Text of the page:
At least 11 other states have adopted policies allowing their ombudsman programs to respond to home care residents, including Alaska, Idaho, Maine, Minnesota, Ohio, Pennsylvania, Rhode Island, Virginia, Wisconsin, Wyoming and New Hampshire, as well as Washington D.C. But not all have funded the additional positions.
In Ohio, the ombudsman’s office employs just over a hundred paid staff and recruits hundreds of volunteers who respond to both nursing home and home care issues.
“Like most other states, we have organizations such as adult protective services. They’re investigating crime, abuse, neglect and exploitation, which is great. We still need that,” said Erin Pettegrew, Ohio’s deputy long-term care ombudsman. “But then there’s – ‘My aide doesn’t show up on time.’ Maybe they’re bilking their hours. Maybe I’m not getting the food I’ve ordered, or maybe I go to the day center and the activities aren’t offered as promised. Those are things adult protective services and law enforcement don’t have the resources or the authority to investigate and try to help resolve. So I think that is the gap ombudsman stand in place of.”
“Most people who live in the community have some kind of support – they’ve got family members, friends or neighbors who can advocate for them,” she said. “But so many people are aging past a spouse or their own children, so having an ombudsman who can step in and navigate difficult settings and situations can be very helpful.”
Mark Miller, Washington D.C.’s long-term care ombudsman, said more states should consider services for home care residents as a growing number of people age in the community. The District of Columbia serves home care residents who participate in Medicaid waiver programs, which fund care at home with the aim of keeping people out of a nursing facility.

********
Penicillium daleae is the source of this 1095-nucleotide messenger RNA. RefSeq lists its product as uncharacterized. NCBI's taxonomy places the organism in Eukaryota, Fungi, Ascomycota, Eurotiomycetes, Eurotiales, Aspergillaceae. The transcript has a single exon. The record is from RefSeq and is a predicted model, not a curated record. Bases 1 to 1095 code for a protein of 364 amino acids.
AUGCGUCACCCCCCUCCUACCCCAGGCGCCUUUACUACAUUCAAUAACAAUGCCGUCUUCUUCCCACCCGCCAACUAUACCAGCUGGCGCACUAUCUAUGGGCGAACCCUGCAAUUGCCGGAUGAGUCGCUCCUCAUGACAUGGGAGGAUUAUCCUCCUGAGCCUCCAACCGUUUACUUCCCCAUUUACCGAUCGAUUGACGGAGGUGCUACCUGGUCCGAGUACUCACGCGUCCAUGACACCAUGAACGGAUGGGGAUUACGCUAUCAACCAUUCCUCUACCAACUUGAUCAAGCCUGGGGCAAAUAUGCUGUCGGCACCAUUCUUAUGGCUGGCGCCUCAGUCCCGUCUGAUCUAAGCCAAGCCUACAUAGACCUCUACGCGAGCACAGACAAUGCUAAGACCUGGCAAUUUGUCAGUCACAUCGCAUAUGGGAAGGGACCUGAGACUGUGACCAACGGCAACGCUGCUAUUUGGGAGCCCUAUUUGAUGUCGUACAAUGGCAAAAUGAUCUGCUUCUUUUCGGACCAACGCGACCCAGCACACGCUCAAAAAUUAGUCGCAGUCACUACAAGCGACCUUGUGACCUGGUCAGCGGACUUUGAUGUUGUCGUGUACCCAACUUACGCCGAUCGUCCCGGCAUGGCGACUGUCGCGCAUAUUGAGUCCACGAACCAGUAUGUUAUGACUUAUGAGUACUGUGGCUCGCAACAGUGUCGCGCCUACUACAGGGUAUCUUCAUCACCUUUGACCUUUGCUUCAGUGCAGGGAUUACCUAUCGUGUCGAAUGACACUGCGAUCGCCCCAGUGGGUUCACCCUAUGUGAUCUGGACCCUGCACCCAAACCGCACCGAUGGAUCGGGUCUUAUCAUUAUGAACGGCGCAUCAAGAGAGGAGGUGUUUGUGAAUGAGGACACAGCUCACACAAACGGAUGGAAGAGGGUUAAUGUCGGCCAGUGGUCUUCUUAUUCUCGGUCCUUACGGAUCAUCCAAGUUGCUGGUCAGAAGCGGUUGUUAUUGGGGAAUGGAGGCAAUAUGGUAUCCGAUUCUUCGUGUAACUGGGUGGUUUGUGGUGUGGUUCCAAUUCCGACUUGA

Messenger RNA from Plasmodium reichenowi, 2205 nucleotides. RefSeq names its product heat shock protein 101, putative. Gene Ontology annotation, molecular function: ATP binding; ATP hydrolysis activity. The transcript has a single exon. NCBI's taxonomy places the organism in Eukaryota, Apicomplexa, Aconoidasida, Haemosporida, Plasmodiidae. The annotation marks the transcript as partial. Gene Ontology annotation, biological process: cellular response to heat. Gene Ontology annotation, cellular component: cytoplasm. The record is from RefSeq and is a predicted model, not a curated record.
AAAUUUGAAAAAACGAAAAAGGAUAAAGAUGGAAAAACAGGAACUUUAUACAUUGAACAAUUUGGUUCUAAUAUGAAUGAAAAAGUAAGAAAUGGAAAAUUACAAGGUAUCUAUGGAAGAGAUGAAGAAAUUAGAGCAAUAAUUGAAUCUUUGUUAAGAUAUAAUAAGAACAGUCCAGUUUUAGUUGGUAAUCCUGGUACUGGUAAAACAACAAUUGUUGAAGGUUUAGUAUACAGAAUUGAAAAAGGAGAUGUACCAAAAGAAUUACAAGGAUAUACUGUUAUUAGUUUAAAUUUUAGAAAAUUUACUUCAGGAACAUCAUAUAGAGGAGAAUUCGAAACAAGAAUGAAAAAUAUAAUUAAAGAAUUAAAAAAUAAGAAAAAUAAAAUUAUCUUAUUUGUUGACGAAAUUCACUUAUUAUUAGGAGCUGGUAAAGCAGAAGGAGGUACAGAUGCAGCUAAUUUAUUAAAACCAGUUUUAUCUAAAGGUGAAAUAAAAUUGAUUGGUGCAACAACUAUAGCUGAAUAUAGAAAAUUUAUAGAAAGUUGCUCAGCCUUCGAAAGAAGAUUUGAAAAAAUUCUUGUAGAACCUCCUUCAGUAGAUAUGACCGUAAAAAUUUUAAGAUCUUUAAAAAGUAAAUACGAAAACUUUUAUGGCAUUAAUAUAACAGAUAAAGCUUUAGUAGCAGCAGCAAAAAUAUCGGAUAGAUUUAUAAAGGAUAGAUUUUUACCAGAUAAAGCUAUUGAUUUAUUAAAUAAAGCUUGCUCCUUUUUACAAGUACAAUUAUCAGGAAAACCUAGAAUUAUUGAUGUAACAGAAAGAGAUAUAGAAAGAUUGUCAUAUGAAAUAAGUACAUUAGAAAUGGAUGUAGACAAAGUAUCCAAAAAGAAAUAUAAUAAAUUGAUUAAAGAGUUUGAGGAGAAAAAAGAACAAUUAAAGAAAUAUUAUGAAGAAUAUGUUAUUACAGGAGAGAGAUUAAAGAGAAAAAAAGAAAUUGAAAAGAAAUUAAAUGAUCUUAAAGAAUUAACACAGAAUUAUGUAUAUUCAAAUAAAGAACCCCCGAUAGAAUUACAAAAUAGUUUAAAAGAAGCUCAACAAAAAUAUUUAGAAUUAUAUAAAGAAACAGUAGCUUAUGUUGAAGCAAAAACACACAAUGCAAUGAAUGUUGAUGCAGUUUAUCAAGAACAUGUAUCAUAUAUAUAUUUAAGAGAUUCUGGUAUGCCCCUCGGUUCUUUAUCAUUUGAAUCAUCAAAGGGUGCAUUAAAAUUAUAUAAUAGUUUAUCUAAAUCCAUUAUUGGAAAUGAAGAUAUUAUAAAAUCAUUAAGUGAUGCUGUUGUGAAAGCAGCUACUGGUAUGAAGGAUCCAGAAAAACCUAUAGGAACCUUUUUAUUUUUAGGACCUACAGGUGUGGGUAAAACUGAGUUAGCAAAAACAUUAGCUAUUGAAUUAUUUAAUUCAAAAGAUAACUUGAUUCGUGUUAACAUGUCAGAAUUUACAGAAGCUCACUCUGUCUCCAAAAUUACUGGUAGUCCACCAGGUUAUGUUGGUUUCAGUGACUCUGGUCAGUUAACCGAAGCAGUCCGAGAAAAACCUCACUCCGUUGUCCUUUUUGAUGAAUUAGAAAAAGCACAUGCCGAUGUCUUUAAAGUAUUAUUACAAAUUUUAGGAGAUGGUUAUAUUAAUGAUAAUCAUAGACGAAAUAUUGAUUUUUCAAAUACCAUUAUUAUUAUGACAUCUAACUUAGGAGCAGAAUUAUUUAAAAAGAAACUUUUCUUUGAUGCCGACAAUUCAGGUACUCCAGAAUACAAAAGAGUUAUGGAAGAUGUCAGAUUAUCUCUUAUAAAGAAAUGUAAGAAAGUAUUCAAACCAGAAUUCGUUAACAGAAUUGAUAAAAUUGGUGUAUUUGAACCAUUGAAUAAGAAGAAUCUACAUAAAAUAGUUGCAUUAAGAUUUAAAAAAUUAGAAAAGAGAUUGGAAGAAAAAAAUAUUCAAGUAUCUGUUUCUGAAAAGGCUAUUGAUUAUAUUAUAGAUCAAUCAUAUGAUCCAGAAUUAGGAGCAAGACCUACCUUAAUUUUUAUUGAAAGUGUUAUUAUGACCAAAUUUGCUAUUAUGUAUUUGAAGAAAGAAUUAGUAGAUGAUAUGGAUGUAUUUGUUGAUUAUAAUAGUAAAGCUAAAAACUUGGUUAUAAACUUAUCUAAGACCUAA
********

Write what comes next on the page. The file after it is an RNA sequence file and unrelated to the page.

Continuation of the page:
“It’s a huge gap,” he said. “The number of people at home receiving services in most states is exponentially greater than the number of people in long-term care facilities. And that’s only going to grow as waiver programs expand.”
In states without home care ombudsmen, Miller said, “If you have a problem with your home care services, you’re likely to be able to complain to two places: the agency that’s providing the service, or the regulatory agency. And their ability to respond quickly may be limited. So you’re really out there without an independent, objective person to be on your side.”
For now, Painter said, she refers home care residents who call her to state agencies with the authority to investigate. But turning people away is disheartening, she said.
“It’s really frustrating when someone discharges to the community and they have that rapport and relationship with my office and they’re used to having someone walk alongside them, and then we’re not able to provide them with that,” she said.
Rep. Jane Garibay, a Democrat from Windsor who is co-chair of the legislature’s Aging Committee, said lawmakers must take a hard look at funding for the ombudsman’s office and try to do more.
“We’re not good at planning. It’s like everything or nothing,” she said. “So if [Painter] needs 12 positions, how many can we do this year? How many can we do next year? We have to plan outward to meet these needs. We’ve gotten where we’ve gotten because a lot has not been done for the aging population.”